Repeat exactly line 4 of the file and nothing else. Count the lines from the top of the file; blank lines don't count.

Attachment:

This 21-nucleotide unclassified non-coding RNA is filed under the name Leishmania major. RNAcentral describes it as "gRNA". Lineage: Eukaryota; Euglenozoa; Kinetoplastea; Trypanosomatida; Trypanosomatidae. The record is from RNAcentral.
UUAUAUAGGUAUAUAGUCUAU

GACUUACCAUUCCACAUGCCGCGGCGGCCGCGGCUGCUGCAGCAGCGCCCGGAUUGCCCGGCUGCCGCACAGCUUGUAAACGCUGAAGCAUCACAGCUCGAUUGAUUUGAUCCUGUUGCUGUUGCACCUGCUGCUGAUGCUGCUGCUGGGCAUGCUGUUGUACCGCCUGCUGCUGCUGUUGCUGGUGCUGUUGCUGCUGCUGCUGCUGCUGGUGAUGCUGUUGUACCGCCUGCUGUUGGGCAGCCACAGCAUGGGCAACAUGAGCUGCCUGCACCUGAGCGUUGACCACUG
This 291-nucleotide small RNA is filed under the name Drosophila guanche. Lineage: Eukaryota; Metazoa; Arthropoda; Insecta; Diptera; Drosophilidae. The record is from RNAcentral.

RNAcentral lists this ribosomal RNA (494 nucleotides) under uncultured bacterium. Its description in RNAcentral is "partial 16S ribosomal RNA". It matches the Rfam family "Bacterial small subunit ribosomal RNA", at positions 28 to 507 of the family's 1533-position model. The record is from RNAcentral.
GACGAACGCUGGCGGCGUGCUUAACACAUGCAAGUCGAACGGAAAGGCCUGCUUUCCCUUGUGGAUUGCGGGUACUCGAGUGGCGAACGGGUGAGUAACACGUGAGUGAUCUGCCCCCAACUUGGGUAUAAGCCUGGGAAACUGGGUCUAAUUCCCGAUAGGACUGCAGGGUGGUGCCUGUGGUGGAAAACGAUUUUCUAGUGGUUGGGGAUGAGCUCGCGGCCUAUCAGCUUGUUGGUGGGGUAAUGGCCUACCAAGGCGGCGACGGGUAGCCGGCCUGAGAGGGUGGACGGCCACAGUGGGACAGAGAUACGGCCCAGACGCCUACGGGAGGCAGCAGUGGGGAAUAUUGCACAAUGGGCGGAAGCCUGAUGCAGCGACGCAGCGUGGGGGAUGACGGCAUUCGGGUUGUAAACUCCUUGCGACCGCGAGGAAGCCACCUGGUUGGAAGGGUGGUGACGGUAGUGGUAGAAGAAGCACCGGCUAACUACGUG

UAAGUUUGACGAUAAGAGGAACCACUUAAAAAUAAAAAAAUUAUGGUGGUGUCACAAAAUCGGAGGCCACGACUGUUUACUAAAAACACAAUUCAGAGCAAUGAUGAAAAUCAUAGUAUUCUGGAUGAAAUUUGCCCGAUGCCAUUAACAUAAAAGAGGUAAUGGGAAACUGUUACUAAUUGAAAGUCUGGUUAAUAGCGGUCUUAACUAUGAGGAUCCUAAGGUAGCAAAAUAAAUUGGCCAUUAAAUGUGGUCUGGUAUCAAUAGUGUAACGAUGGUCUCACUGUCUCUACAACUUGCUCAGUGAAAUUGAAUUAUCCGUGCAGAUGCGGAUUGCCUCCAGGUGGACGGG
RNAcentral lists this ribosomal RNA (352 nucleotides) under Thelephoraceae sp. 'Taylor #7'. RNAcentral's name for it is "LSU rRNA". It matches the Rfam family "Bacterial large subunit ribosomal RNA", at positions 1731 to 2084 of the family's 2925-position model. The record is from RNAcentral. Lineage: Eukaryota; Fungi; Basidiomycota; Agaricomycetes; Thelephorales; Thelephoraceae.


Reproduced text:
This 291-nucleotide small RNA is filed under the name Drosophila guanche. Lineage: Eukaryota; Metazoa; Arthropoda; Insecta; Diptera; Drosophilidae. The record is from RNAcentral.